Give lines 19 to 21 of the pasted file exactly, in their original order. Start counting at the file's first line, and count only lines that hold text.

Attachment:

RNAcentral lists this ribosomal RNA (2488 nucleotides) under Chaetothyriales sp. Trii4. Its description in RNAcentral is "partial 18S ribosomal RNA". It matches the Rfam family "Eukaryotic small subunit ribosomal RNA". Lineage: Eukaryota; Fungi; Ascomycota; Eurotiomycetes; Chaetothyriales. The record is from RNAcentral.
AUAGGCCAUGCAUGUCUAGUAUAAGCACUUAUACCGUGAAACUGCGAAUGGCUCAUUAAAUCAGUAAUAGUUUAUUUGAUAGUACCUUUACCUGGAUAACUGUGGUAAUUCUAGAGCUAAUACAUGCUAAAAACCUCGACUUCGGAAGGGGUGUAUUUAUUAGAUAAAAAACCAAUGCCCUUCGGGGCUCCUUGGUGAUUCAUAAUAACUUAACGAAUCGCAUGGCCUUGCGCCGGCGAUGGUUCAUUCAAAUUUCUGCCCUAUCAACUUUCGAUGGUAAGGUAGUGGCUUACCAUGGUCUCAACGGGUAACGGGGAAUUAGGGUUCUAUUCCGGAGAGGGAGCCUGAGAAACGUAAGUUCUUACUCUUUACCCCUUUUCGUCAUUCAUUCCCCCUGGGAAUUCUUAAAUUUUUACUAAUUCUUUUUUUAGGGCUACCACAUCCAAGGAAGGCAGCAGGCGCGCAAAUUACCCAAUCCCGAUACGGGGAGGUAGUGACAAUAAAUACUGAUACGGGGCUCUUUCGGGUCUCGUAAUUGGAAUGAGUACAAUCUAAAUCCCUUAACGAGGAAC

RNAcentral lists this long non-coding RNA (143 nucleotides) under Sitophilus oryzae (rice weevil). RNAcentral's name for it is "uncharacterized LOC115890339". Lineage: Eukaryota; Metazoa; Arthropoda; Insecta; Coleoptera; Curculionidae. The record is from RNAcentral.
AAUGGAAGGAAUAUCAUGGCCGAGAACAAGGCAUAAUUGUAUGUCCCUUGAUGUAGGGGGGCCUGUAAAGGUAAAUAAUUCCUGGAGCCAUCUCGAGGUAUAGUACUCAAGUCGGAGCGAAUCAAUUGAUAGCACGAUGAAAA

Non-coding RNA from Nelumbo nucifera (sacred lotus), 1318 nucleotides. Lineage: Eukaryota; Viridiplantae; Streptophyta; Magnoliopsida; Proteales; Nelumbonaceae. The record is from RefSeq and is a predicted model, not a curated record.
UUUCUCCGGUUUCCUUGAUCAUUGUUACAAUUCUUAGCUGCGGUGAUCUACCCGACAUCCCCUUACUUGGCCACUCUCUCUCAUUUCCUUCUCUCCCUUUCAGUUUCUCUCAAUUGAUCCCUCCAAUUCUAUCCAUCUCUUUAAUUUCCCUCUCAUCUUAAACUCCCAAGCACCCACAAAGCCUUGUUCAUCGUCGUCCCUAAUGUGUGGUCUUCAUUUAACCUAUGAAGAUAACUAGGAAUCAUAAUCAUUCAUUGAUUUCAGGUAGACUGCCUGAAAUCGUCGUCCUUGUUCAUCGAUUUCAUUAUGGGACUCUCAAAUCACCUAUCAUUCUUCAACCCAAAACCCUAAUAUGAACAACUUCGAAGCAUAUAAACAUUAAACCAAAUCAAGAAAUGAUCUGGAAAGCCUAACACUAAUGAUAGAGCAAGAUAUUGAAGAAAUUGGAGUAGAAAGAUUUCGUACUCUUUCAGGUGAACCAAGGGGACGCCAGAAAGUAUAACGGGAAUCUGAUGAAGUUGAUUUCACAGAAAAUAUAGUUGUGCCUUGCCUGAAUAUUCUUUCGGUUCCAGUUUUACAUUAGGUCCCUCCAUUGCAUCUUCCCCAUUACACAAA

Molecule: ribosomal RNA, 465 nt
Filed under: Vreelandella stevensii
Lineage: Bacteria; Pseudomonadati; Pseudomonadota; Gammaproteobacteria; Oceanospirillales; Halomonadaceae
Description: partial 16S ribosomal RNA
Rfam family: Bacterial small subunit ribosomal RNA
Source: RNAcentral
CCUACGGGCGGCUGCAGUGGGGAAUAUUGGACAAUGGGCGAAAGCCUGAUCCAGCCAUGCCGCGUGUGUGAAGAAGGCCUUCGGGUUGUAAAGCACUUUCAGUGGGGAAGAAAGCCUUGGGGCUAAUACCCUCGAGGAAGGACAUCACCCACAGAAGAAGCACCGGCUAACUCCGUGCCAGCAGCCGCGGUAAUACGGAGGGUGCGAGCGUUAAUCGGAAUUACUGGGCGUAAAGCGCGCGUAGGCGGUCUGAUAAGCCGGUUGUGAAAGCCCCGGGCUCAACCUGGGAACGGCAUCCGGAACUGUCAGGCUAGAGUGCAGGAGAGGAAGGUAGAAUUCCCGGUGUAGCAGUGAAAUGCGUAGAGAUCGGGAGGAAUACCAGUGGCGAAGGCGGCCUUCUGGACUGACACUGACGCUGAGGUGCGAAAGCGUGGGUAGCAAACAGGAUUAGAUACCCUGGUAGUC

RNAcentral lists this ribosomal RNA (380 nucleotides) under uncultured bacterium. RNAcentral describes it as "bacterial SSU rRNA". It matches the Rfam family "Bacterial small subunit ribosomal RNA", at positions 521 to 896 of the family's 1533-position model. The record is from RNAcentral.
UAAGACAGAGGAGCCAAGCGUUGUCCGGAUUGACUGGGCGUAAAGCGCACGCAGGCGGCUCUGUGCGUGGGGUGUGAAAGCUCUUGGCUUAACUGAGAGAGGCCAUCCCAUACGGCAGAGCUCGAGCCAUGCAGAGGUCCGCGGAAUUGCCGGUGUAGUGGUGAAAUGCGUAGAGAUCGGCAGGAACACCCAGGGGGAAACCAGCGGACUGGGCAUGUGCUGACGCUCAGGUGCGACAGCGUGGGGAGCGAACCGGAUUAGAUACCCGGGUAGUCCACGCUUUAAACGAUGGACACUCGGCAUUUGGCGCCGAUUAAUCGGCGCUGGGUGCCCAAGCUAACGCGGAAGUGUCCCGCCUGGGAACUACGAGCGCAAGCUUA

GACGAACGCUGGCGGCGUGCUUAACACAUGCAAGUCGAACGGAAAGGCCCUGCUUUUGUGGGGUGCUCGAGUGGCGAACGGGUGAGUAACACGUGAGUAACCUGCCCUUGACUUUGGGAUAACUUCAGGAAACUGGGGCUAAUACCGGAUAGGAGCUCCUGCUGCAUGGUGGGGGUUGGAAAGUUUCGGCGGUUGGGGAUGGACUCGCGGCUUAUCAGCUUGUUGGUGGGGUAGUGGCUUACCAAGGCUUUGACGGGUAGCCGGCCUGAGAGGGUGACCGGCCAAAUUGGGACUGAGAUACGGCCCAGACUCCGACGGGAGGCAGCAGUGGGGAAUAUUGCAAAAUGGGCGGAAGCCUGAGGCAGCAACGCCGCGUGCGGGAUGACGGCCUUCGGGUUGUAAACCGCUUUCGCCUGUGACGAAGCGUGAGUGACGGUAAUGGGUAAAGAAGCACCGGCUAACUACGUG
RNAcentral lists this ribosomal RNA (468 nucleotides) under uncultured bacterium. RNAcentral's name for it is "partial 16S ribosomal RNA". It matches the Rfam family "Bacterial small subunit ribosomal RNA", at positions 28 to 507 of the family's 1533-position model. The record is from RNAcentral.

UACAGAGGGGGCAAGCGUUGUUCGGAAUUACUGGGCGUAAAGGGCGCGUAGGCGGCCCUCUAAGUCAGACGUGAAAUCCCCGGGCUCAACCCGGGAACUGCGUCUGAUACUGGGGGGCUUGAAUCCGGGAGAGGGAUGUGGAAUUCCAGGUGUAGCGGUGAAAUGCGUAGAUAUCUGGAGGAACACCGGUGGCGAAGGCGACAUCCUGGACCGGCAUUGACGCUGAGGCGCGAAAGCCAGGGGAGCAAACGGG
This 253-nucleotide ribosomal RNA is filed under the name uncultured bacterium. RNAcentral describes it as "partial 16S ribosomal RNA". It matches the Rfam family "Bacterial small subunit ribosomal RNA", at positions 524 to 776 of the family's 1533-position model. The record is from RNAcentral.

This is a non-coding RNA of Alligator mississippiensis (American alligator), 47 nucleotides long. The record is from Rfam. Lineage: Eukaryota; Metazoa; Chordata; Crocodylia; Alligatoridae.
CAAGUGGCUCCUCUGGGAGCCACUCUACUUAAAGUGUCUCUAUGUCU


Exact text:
This 253-nucleotide ribosomal RNA is filed under the name uncultured bacterium. RNAcentral describes it as "partial 16S ribosomal RNA". It matches the Rfam family "Bacterial small subunit ribosomal RNA", at positions 524 to 776 of the family's 1533-position model. The record is from RNAcentral.

This is a non-coding RNA of Alligator mississippiensis (American alligator), 47 nucleotides long. The record is from Rfam. Lineage: Eukaryota; Metazoa; Chordata; Crocodylia; Alligatoridae.
CAAGUGGCUCCUCUGGGAGCCACUCUACUUAAAGUGUCUCUAUGUCU